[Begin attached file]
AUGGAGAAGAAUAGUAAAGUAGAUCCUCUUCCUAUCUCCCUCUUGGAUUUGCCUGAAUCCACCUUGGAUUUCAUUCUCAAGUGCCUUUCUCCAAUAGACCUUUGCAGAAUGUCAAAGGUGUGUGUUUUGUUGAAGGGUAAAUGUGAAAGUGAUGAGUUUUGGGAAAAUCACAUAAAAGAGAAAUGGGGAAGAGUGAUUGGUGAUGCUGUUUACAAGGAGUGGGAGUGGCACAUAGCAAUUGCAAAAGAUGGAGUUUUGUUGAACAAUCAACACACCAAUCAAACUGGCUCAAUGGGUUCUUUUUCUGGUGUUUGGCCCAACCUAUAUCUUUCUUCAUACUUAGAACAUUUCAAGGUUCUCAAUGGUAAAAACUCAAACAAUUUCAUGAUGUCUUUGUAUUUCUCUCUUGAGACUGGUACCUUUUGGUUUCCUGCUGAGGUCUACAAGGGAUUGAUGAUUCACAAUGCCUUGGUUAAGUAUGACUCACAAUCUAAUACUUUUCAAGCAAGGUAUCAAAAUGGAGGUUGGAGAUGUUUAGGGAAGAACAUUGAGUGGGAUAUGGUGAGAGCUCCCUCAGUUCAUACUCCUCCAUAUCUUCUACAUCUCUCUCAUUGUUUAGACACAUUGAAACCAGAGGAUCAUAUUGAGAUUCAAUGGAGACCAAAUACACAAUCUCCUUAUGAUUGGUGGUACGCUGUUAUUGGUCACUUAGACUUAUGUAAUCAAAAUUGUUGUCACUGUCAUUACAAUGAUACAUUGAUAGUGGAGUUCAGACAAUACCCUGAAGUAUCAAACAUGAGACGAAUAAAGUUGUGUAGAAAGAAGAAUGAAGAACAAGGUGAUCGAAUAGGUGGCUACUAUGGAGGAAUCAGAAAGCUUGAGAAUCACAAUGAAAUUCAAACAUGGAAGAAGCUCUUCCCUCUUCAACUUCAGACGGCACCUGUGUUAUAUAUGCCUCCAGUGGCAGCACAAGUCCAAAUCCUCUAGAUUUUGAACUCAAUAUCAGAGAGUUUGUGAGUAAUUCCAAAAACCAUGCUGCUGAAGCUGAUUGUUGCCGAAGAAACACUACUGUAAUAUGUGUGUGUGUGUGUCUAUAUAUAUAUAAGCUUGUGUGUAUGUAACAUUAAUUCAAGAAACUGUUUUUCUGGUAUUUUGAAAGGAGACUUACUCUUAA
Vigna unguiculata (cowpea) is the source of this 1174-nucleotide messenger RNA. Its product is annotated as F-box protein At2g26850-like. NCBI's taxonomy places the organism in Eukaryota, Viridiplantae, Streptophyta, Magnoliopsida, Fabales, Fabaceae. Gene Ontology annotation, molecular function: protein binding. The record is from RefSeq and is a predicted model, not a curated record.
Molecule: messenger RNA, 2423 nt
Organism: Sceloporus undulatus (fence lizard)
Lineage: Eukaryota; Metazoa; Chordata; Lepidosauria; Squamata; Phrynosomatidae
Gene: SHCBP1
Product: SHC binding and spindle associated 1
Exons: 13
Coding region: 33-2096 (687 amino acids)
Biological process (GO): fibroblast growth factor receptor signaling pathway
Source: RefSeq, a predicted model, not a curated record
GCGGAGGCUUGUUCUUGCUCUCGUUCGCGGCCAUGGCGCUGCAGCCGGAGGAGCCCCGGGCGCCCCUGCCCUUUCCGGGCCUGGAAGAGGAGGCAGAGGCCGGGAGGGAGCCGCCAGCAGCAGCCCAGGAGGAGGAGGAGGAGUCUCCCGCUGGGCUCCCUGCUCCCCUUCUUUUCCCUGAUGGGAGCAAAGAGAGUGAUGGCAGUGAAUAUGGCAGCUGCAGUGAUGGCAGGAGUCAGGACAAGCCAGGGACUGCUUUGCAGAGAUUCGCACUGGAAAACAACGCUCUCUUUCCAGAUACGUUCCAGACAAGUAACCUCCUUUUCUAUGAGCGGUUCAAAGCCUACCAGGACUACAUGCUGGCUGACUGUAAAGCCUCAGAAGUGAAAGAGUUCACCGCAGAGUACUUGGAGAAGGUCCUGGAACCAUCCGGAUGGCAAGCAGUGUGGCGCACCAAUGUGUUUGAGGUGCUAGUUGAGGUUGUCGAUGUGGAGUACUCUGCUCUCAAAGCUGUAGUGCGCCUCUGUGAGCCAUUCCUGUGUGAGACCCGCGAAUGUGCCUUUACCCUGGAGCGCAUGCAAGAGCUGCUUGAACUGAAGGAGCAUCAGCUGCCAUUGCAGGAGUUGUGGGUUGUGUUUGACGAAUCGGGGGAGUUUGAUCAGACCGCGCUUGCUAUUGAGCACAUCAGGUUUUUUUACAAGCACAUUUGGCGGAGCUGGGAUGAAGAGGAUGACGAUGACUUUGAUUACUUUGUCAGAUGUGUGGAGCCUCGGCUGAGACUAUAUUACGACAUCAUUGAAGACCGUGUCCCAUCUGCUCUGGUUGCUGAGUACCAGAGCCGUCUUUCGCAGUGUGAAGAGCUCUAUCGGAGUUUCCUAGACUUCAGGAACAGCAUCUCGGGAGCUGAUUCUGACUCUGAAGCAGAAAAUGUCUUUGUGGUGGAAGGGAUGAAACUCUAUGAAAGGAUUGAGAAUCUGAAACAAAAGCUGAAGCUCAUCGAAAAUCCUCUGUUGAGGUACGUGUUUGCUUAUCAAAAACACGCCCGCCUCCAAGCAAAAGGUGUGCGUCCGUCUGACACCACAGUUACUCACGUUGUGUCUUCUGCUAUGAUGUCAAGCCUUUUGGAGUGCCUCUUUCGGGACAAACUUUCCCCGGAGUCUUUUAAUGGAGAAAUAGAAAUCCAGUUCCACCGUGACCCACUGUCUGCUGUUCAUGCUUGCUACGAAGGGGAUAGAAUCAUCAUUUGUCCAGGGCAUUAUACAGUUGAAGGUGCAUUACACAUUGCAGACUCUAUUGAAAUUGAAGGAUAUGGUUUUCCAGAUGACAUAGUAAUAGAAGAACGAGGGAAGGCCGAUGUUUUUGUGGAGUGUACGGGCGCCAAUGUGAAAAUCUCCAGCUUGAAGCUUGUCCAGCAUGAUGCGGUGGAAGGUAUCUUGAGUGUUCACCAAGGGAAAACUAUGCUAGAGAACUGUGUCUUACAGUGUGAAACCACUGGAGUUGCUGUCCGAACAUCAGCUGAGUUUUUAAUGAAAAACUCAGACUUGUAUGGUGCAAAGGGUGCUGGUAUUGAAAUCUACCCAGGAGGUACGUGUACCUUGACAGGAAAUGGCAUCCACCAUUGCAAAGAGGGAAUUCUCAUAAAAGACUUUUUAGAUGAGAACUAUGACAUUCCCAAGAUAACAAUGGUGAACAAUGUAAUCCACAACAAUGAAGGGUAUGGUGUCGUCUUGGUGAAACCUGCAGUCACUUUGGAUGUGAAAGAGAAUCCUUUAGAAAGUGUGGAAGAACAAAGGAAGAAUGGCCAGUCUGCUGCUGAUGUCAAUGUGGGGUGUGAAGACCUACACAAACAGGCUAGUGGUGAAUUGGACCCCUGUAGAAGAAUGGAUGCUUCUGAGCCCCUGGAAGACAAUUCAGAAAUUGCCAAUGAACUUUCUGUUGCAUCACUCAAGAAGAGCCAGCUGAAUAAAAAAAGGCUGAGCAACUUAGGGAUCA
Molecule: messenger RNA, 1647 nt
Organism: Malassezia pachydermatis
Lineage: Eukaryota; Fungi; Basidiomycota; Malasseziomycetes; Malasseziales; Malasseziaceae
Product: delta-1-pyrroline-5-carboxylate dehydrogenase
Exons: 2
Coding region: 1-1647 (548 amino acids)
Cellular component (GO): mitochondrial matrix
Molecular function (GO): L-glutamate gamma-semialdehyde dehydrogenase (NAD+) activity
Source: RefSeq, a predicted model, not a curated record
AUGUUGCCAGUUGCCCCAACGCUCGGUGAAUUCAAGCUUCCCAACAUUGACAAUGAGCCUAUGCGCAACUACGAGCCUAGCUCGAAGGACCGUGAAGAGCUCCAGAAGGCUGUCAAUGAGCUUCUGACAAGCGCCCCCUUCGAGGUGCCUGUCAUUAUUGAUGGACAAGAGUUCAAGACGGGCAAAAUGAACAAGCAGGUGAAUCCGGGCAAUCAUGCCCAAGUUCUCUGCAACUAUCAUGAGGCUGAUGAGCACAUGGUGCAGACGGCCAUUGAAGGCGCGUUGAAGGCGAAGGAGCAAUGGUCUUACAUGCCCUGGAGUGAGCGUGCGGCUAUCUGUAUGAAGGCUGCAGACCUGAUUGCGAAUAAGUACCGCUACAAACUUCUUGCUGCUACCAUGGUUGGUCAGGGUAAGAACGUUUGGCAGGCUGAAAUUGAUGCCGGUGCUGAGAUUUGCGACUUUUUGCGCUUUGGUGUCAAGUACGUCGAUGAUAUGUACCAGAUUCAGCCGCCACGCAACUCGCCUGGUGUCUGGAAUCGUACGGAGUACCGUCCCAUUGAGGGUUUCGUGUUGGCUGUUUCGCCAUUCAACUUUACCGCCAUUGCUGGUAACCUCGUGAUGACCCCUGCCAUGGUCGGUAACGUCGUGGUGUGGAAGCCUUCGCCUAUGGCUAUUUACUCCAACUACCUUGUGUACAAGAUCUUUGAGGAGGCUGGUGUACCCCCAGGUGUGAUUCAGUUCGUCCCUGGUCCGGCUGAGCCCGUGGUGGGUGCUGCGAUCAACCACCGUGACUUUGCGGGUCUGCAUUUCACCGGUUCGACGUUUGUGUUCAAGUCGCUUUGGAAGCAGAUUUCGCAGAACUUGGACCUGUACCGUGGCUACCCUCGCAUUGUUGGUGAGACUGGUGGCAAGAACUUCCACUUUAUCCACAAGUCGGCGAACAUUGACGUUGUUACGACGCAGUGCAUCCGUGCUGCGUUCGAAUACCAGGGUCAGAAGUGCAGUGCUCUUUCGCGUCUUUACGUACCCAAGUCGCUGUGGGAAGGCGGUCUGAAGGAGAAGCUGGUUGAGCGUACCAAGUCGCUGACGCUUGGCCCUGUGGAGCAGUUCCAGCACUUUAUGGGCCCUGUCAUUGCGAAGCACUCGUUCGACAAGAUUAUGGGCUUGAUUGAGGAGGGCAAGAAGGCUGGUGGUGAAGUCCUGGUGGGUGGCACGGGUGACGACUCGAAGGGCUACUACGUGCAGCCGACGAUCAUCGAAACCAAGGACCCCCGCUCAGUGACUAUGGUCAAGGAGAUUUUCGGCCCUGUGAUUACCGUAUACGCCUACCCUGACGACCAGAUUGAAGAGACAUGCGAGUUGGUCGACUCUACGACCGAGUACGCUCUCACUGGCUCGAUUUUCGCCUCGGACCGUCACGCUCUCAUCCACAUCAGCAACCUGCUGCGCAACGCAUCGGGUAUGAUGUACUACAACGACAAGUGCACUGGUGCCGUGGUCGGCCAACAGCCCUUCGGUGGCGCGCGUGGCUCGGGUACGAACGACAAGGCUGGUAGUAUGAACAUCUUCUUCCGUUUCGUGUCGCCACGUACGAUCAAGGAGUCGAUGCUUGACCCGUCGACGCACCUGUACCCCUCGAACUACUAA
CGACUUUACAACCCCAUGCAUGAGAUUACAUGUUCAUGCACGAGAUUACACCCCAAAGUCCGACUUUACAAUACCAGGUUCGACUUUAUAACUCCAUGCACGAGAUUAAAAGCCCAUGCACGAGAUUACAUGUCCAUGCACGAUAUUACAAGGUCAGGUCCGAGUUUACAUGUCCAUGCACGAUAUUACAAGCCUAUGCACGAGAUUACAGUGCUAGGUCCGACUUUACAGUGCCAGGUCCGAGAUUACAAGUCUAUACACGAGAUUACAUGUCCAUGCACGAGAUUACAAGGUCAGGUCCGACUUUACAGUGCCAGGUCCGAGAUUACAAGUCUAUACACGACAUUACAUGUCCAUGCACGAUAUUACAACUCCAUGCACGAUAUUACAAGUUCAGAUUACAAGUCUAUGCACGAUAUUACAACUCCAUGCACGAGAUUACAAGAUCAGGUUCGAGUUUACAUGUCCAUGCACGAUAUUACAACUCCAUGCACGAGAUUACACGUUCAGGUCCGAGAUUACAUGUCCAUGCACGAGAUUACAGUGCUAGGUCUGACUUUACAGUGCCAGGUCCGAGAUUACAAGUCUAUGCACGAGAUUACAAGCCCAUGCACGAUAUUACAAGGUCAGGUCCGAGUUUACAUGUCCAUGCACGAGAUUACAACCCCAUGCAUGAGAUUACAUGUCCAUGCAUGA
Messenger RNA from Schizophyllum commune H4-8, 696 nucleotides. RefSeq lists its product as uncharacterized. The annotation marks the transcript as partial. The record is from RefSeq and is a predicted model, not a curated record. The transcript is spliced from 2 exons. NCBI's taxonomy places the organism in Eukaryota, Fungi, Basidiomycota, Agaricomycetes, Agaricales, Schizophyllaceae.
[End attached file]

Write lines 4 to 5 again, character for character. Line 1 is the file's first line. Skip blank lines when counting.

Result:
Organism: Sceloporus undulatus (fence lizard)
Lineage: Eukaryota; Metazoa; Chordata; Lepidosauria; Squamata; Phrynosomatidae